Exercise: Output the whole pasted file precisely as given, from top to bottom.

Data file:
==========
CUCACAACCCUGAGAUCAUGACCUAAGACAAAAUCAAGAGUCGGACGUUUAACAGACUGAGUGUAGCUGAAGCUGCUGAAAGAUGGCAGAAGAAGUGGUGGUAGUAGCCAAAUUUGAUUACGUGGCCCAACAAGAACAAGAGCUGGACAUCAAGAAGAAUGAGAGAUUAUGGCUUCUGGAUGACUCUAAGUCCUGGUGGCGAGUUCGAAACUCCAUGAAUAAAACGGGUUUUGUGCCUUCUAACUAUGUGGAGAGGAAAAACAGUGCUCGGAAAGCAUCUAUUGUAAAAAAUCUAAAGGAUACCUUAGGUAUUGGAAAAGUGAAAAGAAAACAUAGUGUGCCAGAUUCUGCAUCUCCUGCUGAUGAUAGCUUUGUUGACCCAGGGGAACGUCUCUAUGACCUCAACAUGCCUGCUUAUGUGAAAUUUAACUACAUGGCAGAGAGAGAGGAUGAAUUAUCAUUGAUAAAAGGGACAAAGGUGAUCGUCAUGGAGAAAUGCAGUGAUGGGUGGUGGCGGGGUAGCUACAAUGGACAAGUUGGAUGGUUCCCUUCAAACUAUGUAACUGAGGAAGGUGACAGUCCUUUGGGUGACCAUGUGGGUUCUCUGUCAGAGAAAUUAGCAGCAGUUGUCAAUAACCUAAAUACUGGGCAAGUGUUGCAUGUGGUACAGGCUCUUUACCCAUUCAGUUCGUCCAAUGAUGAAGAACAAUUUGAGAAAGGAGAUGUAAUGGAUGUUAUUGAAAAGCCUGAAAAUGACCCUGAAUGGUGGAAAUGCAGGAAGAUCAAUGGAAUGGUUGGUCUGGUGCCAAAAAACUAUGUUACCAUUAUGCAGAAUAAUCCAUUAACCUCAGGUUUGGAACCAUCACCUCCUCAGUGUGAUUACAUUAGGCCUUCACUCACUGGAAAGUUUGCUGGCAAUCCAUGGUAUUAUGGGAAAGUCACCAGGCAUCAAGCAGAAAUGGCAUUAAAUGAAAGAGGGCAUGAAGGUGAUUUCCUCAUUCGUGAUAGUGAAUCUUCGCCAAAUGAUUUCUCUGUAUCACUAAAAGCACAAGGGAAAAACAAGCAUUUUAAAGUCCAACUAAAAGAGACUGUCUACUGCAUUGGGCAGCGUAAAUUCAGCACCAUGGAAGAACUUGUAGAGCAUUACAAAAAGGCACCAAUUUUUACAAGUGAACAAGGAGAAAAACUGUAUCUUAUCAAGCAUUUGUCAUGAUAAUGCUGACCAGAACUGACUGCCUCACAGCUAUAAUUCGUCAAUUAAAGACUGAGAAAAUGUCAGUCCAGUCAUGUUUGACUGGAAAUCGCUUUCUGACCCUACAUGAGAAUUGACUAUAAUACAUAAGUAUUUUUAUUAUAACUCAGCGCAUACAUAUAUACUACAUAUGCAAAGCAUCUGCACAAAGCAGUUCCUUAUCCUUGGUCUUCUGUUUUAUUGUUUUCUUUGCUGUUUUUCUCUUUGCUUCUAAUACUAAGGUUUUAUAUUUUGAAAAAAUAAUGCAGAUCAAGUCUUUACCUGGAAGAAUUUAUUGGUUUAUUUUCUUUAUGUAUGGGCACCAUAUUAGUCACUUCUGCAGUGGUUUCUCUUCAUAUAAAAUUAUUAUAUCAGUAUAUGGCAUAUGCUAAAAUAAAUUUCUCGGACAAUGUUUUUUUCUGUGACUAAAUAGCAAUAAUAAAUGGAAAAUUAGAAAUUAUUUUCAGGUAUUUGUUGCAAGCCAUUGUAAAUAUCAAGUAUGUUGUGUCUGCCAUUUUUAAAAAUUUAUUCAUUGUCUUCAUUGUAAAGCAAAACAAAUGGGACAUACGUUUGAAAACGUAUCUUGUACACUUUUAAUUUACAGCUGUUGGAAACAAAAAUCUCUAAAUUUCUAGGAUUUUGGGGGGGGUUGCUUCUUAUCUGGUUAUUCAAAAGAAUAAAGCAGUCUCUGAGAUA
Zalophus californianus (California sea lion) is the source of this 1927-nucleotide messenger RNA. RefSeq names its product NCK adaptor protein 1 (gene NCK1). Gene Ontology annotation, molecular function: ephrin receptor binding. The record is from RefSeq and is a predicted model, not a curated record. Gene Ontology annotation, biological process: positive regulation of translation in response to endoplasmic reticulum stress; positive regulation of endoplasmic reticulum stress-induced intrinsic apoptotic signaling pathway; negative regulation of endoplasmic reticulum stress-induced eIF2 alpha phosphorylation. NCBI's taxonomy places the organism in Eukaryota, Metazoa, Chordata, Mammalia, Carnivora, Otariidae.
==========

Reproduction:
CUCACAACCCUGAGAUCAUGACCUAAGACAAAAUCAAGAGUCGGACGUUUAACAGACUGAGUGUAGCUGAAGCUGCUGAAAGAUGGCAGAAGAAGUGGUGGUAGUAGCCAAAUUUGAUUACGUGGCCCAACAAGAACAAGAGCUGGACAUCAAGAAGAAUGAGAGAUUAUGGCUUCUGGAUGACUCUAAGUCCUGGUGGCGAGUUCGAAACUCCAUGAAUAAAACGGGUUUUGUGCCUUCUAACUAUGUGGAGAGGAAAAACAGUGCUCGGAAAGCAUCUAUUGUAAAAAAUCUAAAGGAUACCUUAGGUAUUGGAAAAGUGAAAAGAAAACAUAGUGUGCCAGAUUCUGCAUCUCCUGCUGAUGAUAGCUUUGUUGACCCAGGGGAACGUCUCUAUGACCUCAACAUGCCUGCUUAUGUGAAAUUUAACUACAUGGCAGAGAGAGAGGAUGAAUUAUCAUUGAUAAAAGGGACAAAGGUGAUCGUCAUGGAGAAAUGCAGUGAUGGGUGGUGGCGGGGUAGCUACAAUGGACAAGUUGGAUGGUUCCCUUCAAACUAUGUAACUGAGGAAGGUGACAGUCCUUUGGGUGACCAUGUGGGUUCUCUGUCAGAGAAAUUAGCAGCAGUUGUCAAUAACCUAAAUACUGGGCAAGUGUUGCAUGUGGUACAGGCUCUUUACCCAUUCAGUUCGUCCAAUGAUGAAGAACAAUUUGAGAAAGGAGAUGUAAUGGAUGUUAUUGAAAAGCCUGAAAAUGACCCUGAAUGGUGGAAAUGCAGGAAGAUCAAUGGAAUGGUUGGUCUGGUGCCAAAAAACUAUGUUACCAUUAUGCAGAAUAAUCCAUUAACCUCAGGUUUGGAACCAUCACCUCCUCAGUGUGAUUACAUUAGGCCUUCACUCACUGGAAAGUUUGCUGGCAAUCCAUGGUAUUAUGGGAAAGUCACCAGGCAUCAAGCAGAAAUGGCAUUAAAUGAAAGAGGGCAUGAAGGUGAUUUCCUCAUUCGUGAUAGUGAAUCUUCGCCAAAUGAUUUCUCUGUAUCACUAAAAGCACAAGGGAAAAACAAGCAUUUUAAAGUCCAACUAAAAGAGACUGUCUACUGCAUUGGGCAGCGUAAAUUCAGCACCAUGGAAGAACUUGUAGAGCAUUACAAAAAGGCACCAAUUUUUACAAGUGAACAAGGAGAAAAACUGUAUCUUAUCAAGCAUUUGUCAUGAUAAUGCUGACCAGAACUGACUGCCUCACAGCUAUAAUUCGUCAAUUAAAGACUGAGAAAAUGUCAGUCCAGUCAUGUUUGACUGGAAAUCGCUUUCUGACCCUACAUGAGAAUUGACUAUAAUACAUAAGUAUUUUUAUUAUAACUCAGCGCAUACAUAUAUACUACAUAUGCAAAGCAUCUGCACAAAGCAGUUCCUUAUCCUUGGUCUUCUGUUUUAUUGUUUUCUUUGCUGUUUUUCUCUUUGCUUCUAAUACUAAGGUUUUAUAUUUUGAAAAAAUAAUGCAGAUCAAGUCUUUACCUGGAAGAAUUUAUUGGUUUAUUUUCUUUAUGUAUGGGCACCAUAUUAGUCACUUCUGCAGUGGUUUCUCUUCAUAUAAAAUUAUUAUAUCAGUAUAUGGCAUAUGCUAAAAUAAAUUUCUCGGACAAUGUUUUUUUCUGUGACUAAAUAGCAAUAAUAAAUGGAAAAUUAGAAAUUAUUUUCAGGUAUUUGUUGCAAGCCAUUGUAAAUAUCAAGUAUGUUGUGUCUGCCAUUUUUAAAAAUUUAUUCAUUGUCUUCAUUGUAAAGCAAAACAAAUGGGACAUACGUUUGAAAACGUAUCUUGUACACUUUUAAUUUACAGCUGUUGGAAACAAAAAUCUCUAAAUUUCUAGGAUUUUGGGGGGGGUUGCUUCUUAUCUGGUUAUUCAAAAGAAUAAAGCAGUCUCUGAGAUA
Zalophus californianus (California sea lion) is the source of this 1927-nucleotide messenger RNA. RefSeq names its product NCK adaptor protein 1 (gene NCK1). Gene Ontology annotation, molecular function: ephrin receptor binding. The record is from RefSeq and is a predicted model, not a curated record. Gene Ontology annotation, biological process: positive regulation of translation in response to endoplasmic reticulum stress; positive regulation of endoplasmic reticulum stress-induced intrinsic apoptotic signaling pathway; negative regulation of endoplasmic reticulum stress-induced eIF2 alpha phosphorylation. NCBI's taxonomy places the organism in Eukaryota, Metazoa, Chordata, Mammalia, Carnivora, Otariidae.